The offer to Yelich, according to Heyman, is said to be modeled after Starling Marte’s six-year, $31.5MM contract, but it contains a smaller guarantee than that deal. There’s still some work to do before the two sides are close to an agreement, he notes. Yelich, who quietly posted roughly a four-WAR season, has just one year and 69 days of MLB service time. Marte’s contract is the second-largest ever for an outfielder with one to two years of service (Ryan Braun’s $45MM deal is king), but as the Extension Tracker shows, recent extensions for Paul Goldschmidt (five years, $32MM), Jedd Gyorko (five years, $35MM), Anthony Rizzo (seven years, $41MM) and Andrelton Simmons (seven years, $58MM) have all topped the Marte deal in terms of guarantee.
General manager Dan Jennings wouldn’t comment on specific situations, but he expressed confidence to Heyman in locking up his young stars, even Fernandez, who is represented by Scott Boras. “We’ll get it done,” said Jennings. “We’ll get it done with Scott, too; we’ll just have to rassle a little harder.” Boras, of course, is typically averse to advising his young talents to accept extensions before hitting free agency, though there are notable exceptions (including recent cases of Carlos Gonzalez and Carlos Gomez).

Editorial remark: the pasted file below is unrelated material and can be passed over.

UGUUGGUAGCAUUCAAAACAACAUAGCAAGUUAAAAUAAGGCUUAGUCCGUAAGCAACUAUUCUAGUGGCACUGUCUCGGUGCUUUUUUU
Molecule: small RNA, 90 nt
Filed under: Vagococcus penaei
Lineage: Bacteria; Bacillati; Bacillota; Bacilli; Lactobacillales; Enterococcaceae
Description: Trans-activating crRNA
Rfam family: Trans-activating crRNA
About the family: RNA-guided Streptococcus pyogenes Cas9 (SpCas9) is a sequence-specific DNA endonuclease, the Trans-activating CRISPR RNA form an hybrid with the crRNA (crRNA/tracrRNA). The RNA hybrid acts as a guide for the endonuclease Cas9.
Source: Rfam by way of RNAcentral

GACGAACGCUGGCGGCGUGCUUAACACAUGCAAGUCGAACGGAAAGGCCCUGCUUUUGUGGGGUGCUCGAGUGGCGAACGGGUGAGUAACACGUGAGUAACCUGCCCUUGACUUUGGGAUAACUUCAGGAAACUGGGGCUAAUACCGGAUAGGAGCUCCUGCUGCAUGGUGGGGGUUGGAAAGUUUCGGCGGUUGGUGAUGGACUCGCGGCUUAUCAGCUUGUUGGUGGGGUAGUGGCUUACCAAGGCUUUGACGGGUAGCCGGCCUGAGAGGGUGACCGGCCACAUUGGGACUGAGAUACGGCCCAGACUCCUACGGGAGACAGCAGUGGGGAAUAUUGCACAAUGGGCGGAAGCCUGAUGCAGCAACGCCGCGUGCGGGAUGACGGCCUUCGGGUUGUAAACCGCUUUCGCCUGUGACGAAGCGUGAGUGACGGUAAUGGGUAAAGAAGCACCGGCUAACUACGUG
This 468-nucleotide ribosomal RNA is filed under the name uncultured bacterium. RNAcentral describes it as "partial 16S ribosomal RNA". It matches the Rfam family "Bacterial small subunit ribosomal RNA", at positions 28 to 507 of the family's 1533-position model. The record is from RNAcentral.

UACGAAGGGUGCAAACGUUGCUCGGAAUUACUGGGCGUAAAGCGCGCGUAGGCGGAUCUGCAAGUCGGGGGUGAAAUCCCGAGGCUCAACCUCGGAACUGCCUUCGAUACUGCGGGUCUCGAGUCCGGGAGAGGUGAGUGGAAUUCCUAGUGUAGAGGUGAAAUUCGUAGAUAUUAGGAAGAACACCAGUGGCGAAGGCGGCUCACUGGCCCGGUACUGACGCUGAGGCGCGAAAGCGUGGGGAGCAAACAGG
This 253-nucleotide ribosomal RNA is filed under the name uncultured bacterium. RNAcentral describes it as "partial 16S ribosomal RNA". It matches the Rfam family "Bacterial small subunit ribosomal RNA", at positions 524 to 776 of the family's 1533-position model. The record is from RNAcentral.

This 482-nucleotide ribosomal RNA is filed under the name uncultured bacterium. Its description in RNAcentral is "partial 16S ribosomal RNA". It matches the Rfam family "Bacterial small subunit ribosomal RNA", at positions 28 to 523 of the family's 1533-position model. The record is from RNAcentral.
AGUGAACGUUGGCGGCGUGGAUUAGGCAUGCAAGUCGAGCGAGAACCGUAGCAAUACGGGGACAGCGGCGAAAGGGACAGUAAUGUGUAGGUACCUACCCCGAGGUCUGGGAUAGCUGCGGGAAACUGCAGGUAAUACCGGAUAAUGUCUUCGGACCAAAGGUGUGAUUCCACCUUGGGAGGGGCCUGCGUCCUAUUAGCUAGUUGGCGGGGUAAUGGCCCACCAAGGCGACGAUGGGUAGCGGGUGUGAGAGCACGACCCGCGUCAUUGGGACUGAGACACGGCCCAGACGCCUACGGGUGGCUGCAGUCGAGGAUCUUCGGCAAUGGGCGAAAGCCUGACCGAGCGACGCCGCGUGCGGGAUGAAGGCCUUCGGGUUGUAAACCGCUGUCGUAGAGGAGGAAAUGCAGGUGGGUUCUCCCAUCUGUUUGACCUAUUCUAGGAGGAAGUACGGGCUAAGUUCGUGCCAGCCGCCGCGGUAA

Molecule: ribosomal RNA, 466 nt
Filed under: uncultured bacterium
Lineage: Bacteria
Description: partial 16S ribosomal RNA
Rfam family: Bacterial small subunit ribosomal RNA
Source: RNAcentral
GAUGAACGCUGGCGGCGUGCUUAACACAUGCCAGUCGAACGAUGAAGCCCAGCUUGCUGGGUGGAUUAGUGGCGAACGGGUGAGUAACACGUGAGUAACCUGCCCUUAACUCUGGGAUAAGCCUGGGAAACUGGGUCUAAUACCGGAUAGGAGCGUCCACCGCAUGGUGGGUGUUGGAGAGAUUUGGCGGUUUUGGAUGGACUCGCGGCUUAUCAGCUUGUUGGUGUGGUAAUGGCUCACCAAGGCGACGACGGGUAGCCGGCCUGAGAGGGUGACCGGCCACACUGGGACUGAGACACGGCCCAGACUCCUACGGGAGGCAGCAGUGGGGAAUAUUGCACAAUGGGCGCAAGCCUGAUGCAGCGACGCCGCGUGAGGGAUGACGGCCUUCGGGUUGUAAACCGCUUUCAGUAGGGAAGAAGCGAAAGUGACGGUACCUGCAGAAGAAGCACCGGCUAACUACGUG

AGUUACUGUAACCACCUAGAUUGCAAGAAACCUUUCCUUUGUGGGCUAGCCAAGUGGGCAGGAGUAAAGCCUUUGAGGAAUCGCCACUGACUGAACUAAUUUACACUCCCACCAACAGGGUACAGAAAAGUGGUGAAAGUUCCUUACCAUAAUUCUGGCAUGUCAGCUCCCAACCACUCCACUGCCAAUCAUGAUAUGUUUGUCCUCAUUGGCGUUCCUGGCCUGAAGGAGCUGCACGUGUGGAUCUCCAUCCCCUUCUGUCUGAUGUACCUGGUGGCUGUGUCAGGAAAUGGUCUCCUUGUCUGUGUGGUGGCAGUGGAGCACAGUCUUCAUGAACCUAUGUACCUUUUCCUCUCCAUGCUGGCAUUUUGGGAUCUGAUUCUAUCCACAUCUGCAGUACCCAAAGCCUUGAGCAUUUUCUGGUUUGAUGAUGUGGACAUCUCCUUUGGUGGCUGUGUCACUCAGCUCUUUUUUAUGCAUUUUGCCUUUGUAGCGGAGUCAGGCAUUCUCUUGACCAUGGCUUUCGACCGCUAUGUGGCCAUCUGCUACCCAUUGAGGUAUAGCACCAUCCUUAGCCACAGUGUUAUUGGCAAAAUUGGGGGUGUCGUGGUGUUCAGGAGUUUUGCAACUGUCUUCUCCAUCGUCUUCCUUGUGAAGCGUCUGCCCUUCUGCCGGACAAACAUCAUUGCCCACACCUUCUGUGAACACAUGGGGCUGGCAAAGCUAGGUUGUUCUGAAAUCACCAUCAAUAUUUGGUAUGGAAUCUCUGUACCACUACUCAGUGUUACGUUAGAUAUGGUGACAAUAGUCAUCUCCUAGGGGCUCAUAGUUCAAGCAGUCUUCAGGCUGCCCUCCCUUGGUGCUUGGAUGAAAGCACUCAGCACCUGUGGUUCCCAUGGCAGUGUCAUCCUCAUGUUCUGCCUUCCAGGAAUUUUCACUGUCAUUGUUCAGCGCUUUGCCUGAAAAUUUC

To this point, Heyman writes, there’s yet to be an inclination that Fernandez is amenable to a long-term contract with such little experience under his belt and given his injury status. The pair of proposed club options, in particular, would seem to go against Boras’ typical philosophy. However, Jennings maintained optimism and felt that extension talks with all four of his young players are going well: “We’ve had some great exchanges. I feel like we’re moving in the right direction.”
The Marlins have opened long-term extension talks with injured ace Jose Fernandez, Christian Yelich and Adeiny Hechavarria, tweets Ken Rosenthal of FOX Sports. As Rosenthal notes, nothing is close with any of the three. Fernandez, a client of Scott Boras, is a particularly long shot to be extended. Boras typically encourages his clients to test the open market, and while his players have on rare occasion signed long-term deals before reaching that point (e.g. Carlos Gonzalez and Carlos Gomez), Fernandez isn’t in a great spot to talk contract as he rehabs from Tommy John surgery.
It’s not hard to see why Miami would have interest in extending Fernandez, however, as he was among the game’s most dominant young arms before undergoing surgery and figures to get back to that point in the near future. The former first-rounder skipped Double-A and Triple-A entirely and debuted in the Majors as a 20-year-old. While that jump would be difficult for most, Fernandez had no trouble acclimating to the Majors and notched a ludicrous 2.25 ERA with 10.3 K/9 and 2.8 BB/9 through his first 224 1/3 innings. He won Rookie of the Year honors in 2013 and finished third in the NL Cy Young balloting that season.